Lawmakers are still debating a bill that would replace the Affordable Care Act, and while it's far from final, it could include cuts to Medicaid.

Every year the Washoe County School District receives nearly $4 million in Medicaid reimbursements for eligible students.

Carol Reitz is the co-founder of Reno's JUSTin Hope Foundation. Her mission is to provide support to families affected by disorders similar to her son who has autism.

While she doesn't qualify directly for Medicaid, she says that her son's conditions qualify her for a secondary insurance. But she says there are many other families in Washoe County who have a child with a disability who's eligible for Medicaid.

"I know there are numerous families that receive those services in the school setting and not outside so they really depend on that specialized instruction for their child," says Reitz.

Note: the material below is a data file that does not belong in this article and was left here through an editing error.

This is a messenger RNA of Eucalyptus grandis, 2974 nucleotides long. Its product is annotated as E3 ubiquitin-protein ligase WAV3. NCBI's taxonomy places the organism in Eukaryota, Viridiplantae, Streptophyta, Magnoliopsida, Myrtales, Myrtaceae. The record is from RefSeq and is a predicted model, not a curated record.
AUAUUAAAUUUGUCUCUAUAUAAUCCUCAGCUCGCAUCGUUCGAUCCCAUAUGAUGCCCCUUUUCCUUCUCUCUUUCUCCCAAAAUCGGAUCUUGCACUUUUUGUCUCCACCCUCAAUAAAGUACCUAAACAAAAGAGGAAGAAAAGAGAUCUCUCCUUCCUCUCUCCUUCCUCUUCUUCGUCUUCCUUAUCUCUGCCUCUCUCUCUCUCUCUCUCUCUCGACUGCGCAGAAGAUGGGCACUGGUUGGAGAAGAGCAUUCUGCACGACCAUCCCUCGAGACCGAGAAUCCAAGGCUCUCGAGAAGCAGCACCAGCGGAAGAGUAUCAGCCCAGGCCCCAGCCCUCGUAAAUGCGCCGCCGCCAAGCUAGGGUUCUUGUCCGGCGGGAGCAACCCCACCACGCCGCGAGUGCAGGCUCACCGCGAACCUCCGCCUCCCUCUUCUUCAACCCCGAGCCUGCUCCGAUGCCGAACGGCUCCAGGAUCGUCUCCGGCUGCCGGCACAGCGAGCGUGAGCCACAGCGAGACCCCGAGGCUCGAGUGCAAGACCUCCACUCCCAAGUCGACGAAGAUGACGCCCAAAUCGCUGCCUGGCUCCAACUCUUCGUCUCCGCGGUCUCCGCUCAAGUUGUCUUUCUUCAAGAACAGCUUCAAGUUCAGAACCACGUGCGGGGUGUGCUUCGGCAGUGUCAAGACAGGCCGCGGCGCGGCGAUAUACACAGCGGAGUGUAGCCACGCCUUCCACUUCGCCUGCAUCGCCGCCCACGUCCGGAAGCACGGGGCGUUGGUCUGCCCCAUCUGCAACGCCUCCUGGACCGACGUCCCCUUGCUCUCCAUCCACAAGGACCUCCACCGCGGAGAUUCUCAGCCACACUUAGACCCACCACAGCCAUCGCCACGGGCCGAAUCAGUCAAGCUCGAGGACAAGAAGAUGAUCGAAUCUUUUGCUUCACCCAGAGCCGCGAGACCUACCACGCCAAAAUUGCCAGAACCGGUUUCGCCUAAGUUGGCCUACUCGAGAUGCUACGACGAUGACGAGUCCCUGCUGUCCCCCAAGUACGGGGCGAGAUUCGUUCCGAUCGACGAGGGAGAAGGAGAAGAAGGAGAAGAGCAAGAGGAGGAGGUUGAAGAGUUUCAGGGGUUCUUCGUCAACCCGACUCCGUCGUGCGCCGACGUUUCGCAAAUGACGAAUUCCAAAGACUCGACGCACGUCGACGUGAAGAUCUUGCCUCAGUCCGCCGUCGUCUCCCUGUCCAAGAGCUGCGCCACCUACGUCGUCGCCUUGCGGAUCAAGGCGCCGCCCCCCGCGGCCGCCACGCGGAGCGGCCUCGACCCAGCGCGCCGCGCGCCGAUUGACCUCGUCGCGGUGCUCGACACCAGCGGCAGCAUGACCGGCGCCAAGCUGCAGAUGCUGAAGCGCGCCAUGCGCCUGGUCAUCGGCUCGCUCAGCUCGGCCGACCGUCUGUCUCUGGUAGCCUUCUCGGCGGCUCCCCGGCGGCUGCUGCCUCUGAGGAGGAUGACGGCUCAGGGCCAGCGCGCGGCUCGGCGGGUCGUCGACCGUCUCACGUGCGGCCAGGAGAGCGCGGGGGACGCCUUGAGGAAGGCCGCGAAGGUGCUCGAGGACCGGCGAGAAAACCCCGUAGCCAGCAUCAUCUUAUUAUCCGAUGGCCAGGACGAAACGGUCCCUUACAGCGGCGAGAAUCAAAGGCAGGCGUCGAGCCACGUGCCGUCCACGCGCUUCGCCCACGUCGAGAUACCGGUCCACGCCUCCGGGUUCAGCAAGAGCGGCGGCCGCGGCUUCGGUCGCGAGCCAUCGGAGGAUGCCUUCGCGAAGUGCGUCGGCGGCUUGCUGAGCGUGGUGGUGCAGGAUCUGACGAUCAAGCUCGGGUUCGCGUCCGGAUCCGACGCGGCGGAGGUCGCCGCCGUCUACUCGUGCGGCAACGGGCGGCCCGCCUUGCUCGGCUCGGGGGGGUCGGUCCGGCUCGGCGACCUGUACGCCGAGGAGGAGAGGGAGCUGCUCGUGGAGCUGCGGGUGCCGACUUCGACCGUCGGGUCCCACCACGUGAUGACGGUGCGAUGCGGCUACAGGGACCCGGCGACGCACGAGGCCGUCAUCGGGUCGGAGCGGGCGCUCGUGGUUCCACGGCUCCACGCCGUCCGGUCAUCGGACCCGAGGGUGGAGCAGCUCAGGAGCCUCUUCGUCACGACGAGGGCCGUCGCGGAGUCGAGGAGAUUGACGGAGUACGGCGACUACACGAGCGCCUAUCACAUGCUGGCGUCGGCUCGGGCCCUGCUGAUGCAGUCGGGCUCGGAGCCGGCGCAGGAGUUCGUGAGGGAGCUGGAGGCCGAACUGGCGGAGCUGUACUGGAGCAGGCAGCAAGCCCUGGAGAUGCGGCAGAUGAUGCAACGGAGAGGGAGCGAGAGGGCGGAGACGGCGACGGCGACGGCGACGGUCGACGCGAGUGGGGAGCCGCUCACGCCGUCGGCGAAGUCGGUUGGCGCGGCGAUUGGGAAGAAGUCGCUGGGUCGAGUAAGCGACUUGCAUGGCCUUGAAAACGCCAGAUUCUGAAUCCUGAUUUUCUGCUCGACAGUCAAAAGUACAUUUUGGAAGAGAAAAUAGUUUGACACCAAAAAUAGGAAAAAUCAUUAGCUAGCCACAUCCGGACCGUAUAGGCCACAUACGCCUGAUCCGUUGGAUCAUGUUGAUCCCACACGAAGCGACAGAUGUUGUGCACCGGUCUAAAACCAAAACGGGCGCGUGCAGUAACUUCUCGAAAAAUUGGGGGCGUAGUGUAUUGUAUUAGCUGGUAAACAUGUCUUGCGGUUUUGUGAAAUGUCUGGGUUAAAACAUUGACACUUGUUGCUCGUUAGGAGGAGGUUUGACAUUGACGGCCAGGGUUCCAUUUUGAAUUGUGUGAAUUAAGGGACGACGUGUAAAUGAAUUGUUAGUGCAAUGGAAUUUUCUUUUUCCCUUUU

Some of the services the school district can be reimbursed for through the Medicaid funds are physical therapists, audiology and nurses. Kristen McNeill, deputy superintendent with the Washoe County School District, says these programs are extremely important for their kids.

"We have to provide these services for our children with special needs, we receive IDEA funding but in addition to that, we seek our Medicaid reimbursement because of those additional services," says McNeill.

The proposed healthcare bill in the House would put a cap on Nevada’s Medicaid funds, potentially impacting students. However, since the bill still needs to go through the Senate, McNeill says there's time for the school district to push for these funds to stay in schools.

“We're aggressively pursuing an expansion of our Medicaid so that we can continue to serve our students at a very high level," says McNeill.

McNeill anticipates the number of children eligible for Medicaid will increase as the district's population continues to rise.